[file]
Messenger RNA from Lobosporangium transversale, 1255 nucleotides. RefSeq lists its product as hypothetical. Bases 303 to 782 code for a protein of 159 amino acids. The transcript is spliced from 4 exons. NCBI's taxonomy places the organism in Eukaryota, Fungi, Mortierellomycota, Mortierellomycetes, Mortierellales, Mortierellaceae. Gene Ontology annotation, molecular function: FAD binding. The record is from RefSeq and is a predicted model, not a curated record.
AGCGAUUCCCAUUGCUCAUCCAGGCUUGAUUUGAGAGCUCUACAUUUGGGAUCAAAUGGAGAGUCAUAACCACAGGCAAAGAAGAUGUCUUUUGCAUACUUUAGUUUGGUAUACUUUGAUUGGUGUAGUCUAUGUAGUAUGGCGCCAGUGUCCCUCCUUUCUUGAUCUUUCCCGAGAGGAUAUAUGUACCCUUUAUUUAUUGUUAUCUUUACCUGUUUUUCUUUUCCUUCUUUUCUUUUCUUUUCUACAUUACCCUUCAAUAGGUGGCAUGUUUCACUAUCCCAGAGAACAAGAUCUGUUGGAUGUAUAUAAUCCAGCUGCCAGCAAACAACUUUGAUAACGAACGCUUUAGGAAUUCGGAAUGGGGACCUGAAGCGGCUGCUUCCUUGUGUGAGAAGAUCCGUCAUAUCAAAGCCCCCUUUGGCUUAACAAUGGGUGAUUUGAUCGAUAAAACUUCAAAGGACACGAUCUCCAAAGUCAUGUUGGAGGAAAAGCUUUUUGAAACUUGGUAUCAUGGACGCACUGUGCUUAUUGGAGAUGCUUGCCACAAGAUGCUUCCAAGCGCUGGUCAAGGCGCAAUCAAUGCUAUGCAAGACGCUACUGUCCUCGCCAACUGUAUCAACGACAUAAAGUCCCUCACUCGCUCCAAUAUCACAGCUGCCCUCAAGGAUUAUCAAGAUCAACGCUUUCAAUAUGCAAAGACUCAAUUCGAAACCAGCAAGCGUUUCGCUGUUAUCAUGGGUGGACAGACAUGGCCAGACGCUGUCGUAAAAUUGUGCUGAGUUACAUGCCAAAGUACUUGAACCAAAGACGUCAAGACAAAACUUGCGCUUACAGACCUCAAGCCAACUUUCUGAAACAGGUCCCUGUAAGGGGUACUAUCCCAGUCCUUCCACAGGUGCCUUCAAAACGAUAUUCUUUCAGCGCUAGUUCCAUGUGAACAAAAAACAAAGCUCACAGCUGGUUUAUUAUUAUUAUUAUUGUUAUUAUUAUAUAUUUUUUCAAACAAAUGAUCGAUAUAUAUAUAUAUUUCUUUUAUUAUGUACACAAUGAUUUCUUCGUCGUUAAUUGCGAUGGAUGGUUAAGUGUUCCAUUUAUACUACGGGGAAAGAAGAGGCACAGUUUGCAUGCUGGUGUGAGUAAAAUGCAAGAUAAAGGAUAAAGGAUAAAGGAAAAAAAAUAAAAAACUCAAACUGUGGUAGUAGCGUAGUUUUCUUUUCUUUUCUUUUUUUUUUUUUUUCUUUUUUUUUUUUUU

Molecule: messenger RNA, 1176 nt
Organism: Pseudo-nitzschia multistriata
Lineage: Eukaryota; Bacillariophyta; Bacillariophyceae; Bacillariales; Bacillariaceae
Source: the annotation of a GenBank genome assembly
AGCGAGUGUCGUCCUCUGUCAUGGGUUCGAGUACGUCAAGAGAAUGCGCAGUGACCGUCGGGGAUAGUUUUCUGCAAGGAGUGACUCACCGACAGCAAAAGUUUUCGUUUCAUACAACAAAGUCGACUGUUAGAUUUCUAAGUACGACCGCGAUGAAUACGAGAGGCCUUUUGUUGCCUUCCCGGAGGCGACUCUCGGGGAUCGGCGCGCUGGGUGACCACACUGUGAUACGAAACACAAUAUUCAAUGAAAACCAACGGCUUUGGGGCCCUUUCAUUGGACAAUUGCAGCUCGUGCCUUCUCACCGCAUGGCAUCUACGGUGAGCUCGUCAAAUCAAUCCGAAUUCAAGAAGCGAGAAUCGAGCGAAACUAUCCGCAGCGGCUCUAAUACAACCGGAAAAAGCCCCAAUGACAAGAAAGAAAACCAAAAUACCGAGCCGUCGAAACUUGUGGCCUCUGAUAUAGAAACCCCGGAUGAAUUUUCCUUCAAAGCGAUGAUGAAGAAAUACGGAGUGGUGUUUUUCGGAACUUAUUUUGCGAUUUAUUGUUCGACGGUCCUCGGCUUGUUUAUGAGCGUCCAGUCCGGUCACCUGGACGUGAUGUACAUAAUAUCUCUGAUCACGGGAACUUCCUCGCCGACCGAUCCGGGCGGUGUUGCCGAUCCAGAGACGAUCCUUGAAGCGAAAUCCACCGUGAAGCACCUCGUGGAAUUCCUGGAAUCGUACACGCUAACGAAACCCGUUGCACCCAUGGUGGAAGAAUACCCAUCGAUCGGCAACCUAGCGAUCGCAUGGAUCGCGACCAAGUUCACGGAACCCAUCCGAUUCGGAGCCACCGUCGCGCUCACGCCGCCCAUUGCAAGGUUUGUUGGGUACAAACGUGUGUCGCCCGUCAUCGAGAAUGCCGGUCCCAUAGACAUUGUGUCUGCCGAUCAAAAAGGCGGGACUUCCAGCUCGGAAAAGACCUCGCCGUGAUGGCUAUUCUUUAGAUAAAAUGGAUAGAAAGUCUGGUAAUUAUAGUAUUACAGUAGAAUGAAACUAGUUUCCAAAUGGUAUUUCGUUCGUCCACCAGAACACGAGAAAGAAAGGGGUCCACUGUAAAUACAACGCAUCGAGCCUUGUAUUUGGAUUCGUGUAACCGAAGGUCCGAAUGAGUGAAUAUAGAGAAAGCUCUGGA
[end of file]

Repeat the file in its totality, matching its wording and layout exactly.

Messenger RNA from Lobosporangium transversale, 1255 nucleotides. RefSeq lists its product as hypothetical. Bases 303 to 782 code for a protein of 159 amino acids. The transcript is spliced from 4 exons. NCBI's taxonomy places the organism in Eukaryota, Fungi, Mortierellomycota, Mortierellomycetes, Mortierellales, Mortierellaceae. Gene Ontology annotation, molecular function: FAD binding. The record is from RefSeq and is a predicted model, not a curated record.
AGCGAUUCCCAUUGCUCAUCCAGGCUUGAUUUGAGAGCUCUACAUUUGGGAUCAAAUGGAGAGUCAUAACCACAGGCAAAGAAGAUGUCUUUUGCAUACUUUAGUUUGGUAUACUUUGAUUGGUGUAGUCUAUGUAGUAUGGCGCCAGUGUCCCUCCUUUCUUGAUCUUUCCCGAGAGGAUAUAUGUACCCUUUAUUUAUUGUUAUCUUUACCUGUUUUUCUUUUCCUUCUUUUCUUUUCUUUUCUACAUUACCCUUCAAUAGGUGGCAUGUUUCACUAUCCCAGAGAACAAGAUCUGUUGGAUGUAUAUAAUCCAGCUGCCAGCAAACAACUUUGAUAACGAACGCUUUAGGAAUUCGGAAUGGGGACCUGAAGCGGCUGCUUCCUUGUGUGAGAAGAUCCGUCAUAUCAAAGCCCCCUUUGGCUUAACAAUGGGUGAUUUGAUCGAUAAAACUUCAAAGGACACGAUCUCCAAAGUCAUGUUGGAGGAAAAGCUUUUUGAAACUUGGUAUCAUGGACGCACUGUGCUUAUUGGAGAUGCUUGCCACAAGAUGCUUCCAAGCGCUGGUCAAGGCGCAAUCAAUGCUAUGCAAGACGCUACUGUCCUCGCCAACUGUAUCAACGACAUAAAGUCCCUCACUCGCUCCAAUAUCACAGCUGCCCUCAAGGAUUAUCAAGAUCAACGCUUUCAAUAUGCAAAGACUCAAUUCGAAACCAGCAAGCGUUUCGCUGUUAUCAUGGGUGGACAGACAUGGCCAGACGCUGUCGUAAAAUUGUGCUGAGUUACAUGCCAAAGUACUUGAACCAAAGACGUCAAGACAAAACUUGCGCUUACAGACCUCAAGCCAACUUUCUGAAACAGGUCCCUGUAAGGGGUACUAUCCCAGUCCUUCCACAGGUGCCUUCAAAACGAUAUUCUUUCAGCGCUAGUUCCAUGUGAACAAAAAACAAAGCUCACAGCUGGUUUAUUAUUAUUAUUAUUGUUAUUAUUAUAUAUUUUUUCAAACAAAUGAUCGAUAUAUAUAUAUAUUUCUUUUAUUAUGUACACAAUGAUUUCUUCGUCGUUAAUUGCGAUGGAUGGUUAAGUGUUCCAUUUAUACUACGGGGAAAGAAGAGGCACAGUUUGCAUGCUGGUGUGAGUAAAAUGCAAGAUAAAGGAUAAAGGAUAAAGGAAAAAAAAUAAAAAACUCAAACUGUGGUAGUAGCGUAGUUUUCUUUUCUUUUCUUUUUUUUUUUUUUUCUUUUUUUUUUUUUU

Molecule: messenger RNA, 1176 nt
Organism: Pseudo-nitzschia multistriata
Lineage: Eukaryota; Bacillariophyta; Bacillariophyceae; Bacillariales; Bacillariaceae
Source: the annotation of a GenBank genome assembly
AGCGAGUGUCGUCCUCUGUCAUGGGUUCGAGUACGUCAAGAGAAUGCGCAGUGACCGUCGGGGAUAGUUUUCUGCAAGGAGUGACUCACCGACAGCAAAAGUUUUCGUUUCAUACAACAAAGUCGACUGUUAGAUUUCUAAGUACGACCGCGAUGAAUACGAGAGGCCUUUUGUUGCCUUCCCGGAGGCGACUCUCGGGGAUCGGCGCGCUGGGUGACCACACUGUGAUACGAAACACAAUAUUCAAUGAAAACCAACGGCUUUGGGGCCCUUUCAUUGGACAAUUGCAGCUCGUGCCUUCUCACCGCAUGGCAUCUACGGUGAGCUCGUCAAAUCAAUCCGAAUUCAAGAAGCGAGAAUCGAGCGAAACUAUCCGCAGCGGCUCUAAUACAACCGGAAAAAGCCCCAAUGACAAGAAAGAAAACCAAAAUACCGAGCCGUCGAAACUUGUGGCCUCUGAUAUAGAAACCCCGGAUGAAUUUUCCUUCAAAGCGAUGAUGAAGAAAUACGGAGUGGUGUUUUUCGGAACUUAUUUUGCGAUUUAUUGUUCGACGGUCCUCGGCUUGUUUAUGAGCGUCCAGUCCGGUCACCUGGACGUGAUGUACAUAAUAUCUCUGAUCACGGGAACUUCCUCGCCGACCGAUCCGGGCGGUGUUGCCGAUCCAGAGACGAUCCUUGAAGCGAAAUCCACCGUGAAGCACCUCGUGGAAUUCCUGGAAUCGUACACGCUAACGAAACCCGUUGCACCCAUGGUGGAAGAAUACCCAUCGAUCGGCAACCUAGCGAUCGCAUGGAUCGCGACCAAGUUCACGGAACCCAUCCGAUUCGGAGCCACCGUCGCGCUCACGCCGCCCAUUGCAAGGUUUGUUGGGUACAAACGUGUGUCGCCCGUCAUCGAGAAUGCCGGUCCCAUAGACAUUGUGUCUGCCGAUCAAAAAGGCGGGACUUCCAGCUCGGAAAAGACCUCGCCGUGAUGGCUAUUCUUUAGAUAAAAUGGAUAGAAAGUCUGGUAAUUAUAGUAUUACAGUAGAAUGAAACUAGUUUCCAAAUGGUAUUUCGUUCGUCCACCAGAACACGAGAAAGAAAGGGGUCCACUGUAAAUACAACGCAUCGAGCCUUGUAUUUGGAUUCGUGUAACCGAAGGUCCGAAUGAGUGAAUAUAGAGAAAGCUCUGGA